These 3D-printed WiFi-connected objects don't need batteries to work

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These 3D-printed WiFi-connected objects don't need batteries to work

Researchers have made plastic gears and switches that reflect ambient WiFi.

Researchers at the University of Washington have come up with a way to 3D print objects that can connect to WiFi networks without the use of batteries or other power sources. Creating a number of gears, switches and springs, the team was able to show how little more than plastic could be needed to create a WiFi-enabled water meter, audio slider or way to automatically order products on Amazon.  

“Our goal was to create something that just comes out of your 3D printer at home and can send useful information to other devices,” said electrical engineering doctoral student Vikram Iyer, in a statement. “But the big challenge is how do you communicate wirelessly with WiFi using only plastic? That's something that no one has been able to do before.”

Borrowing from principles that allow battery-free watches to keep time, the researchers set out to replace functions performed by electronic components with mechanical parts. At the core of their efforts is a set of gears attached to a 3D-printed antenna, made from conductive plastic. The movements of the gears activate the antenna, which encodes contact information in the form of 1s and 0s.

This “backscatter data” reflects ambient WiFi signal, and can be decoded by a commercially available WiFi receiver. This allows the system to communicate information about, for example, how fast the gears are turning and therefore how fast a connected process is occurring.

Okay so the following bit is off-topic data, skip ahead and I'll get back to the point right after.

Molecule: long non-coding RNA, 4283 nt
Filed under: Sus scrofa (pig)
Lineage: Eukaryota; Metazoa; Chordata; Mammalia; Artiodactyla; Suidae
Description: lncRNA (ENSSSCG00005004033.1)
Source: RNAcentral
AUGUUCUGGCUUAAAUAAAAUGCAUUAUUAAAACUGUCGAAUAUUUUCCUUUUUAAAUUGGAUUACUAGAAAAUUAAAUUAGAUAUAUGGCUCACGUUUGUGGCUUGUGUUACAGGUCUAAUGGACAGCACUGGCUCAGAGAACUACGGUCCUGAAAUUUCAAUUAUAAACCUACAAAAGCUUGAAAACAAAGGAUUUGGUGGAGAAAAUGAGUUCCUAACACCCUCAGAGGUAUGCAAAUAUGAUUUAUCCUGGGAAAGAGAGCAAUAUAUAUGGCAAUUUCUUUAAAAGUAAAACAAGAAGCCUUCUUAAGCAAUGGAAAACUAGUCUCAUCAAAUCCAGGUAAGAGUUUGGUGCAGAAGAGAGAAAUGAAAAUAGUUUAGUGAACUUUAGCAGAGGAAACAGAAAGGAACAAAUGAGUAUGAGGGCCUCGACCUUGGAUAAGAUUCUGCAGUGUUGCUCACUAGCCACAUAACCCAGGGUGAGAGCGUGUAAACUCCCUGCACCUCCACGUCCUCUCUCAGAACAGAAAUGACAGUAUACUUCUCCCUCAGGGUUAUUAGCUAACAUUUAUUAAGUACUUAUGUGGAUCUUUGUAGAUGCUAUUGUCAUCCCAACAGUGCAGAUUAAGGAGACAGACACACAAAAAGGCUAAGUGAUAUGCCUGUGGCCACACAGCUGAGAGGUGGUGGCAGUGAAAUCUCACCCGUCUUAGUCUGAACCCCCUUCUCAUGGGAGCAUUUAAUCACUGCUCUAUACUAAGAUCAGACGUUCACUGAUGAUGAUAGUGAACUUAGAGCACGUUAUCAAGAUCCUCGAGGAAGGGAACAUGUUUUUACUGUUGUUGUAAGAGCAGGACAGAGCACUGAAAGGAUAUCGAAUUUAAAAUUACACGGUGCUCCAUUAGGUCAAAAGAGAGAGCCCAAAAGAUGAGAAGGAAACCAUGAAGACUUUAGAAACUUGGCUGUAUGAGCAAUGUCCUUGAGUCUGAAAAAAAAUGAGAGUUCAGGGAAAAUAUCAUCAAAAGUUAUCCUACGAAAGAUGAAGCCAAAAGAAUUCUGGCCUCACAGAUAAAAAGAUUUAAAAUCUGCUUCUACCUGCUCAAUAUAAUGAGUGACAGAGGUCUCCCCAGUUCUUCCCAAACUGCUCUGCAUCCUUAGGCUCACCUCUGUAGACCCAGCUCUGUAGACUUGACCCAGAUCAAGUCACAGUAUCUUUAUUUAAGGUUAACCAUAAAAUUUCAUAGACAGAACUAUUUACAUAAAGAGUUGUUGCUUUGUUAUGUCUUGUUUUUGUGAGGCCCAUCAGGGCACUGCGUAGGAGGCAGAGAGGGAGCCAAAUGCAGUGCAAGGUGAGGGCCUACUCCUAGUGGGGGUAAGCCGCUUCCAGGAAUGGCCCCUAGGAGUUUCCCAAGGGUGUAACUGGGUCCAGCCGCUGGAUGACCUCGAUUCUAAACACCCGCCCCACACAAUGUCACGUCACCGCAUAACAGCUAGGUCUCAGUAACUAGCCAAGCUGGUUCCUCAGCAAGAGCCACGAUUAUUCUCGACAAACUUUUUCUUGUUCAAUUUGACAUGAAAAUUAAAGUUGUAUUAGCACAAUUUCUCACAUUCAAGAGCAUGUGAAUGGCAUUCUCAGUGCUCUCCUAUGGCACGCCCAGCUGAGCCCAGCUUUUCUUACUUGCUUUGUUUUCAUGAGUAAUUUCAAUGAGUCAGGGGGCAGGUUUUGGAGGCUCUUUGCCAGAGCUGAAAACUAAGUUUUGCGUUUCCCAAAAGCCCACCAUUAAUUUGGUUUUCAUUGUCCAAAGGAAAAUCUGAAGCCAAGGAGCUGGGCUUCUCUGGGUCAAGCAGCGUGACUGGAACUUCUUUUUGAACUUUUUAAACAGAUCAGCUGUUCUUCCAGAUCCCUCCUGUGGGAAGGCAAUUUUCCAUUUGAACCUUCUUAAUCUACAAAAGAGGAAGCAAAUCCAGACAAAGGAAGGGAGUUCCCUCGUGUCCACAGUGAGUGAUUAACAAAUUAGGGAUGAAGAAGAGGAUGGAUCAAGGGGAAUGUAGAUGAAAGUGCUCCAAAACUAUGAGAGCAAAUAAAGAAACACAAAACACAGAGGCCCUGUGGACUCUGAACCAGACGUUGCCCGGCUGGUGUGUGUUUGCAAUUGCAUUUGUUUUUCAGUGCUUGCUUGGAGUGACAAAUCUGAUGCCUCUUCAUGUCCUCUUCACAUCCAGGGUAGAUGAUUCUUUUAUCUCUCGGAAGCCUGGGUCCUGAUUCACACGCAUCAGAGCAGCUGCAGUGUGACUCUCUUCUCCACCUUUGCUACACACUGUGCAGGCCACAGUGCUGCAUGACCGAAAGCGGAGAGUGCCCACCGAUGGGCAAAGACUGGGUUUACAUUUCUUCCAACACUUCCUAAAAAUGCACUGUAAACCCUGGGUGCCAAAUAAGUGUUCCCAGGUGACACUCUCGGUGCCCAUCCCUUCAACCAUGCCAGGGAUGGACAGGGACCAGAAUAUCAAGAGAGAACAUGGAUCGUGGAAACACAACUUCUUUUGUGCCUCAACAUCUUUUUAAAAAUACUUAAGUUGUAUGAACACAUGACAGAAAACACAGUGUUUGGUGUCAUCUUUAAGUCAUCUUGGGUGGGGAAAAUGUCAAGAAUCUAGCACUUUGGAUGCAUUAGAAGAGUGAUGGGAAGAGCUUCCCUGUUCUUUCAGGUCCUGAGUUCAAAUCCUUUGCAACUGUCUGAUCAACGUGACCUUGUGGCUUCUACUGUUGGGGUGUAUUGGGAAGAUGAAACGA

“As you pour detergent out of a detergent bottle, for instance, the speed at which the gears are turning tells you how much soap is flowing out,” said Shyam Gollakota, associate professor at Washington's Paul G. Allen School of Computer Science & Engineering.

“The interaction between the 3-D printed switch and antenna wirelessly transmits that data. Then the receiver can track how much detergent you have left and when it dips below a certain amount, it can automatically send a message to your Amazon app to order more.”

As their paper on the research explains, the team also experimented with printing conductive material into 3D objects, which can carry specific information. It may be the case this setup is used to provide details about an object's history when it is scanned by a smartphone, or gives a robot information about what it is supposed to do with the object.

The researchers have made their 3D models available to the public. If you have a 3D printer and some conductive plastic lying around, you can try making your own WiFi connected gizmo.

Images: Mark Stone/University of Washington

This article originally appeared at alphr.com

Copyright © Alphr, Dennis Publishing
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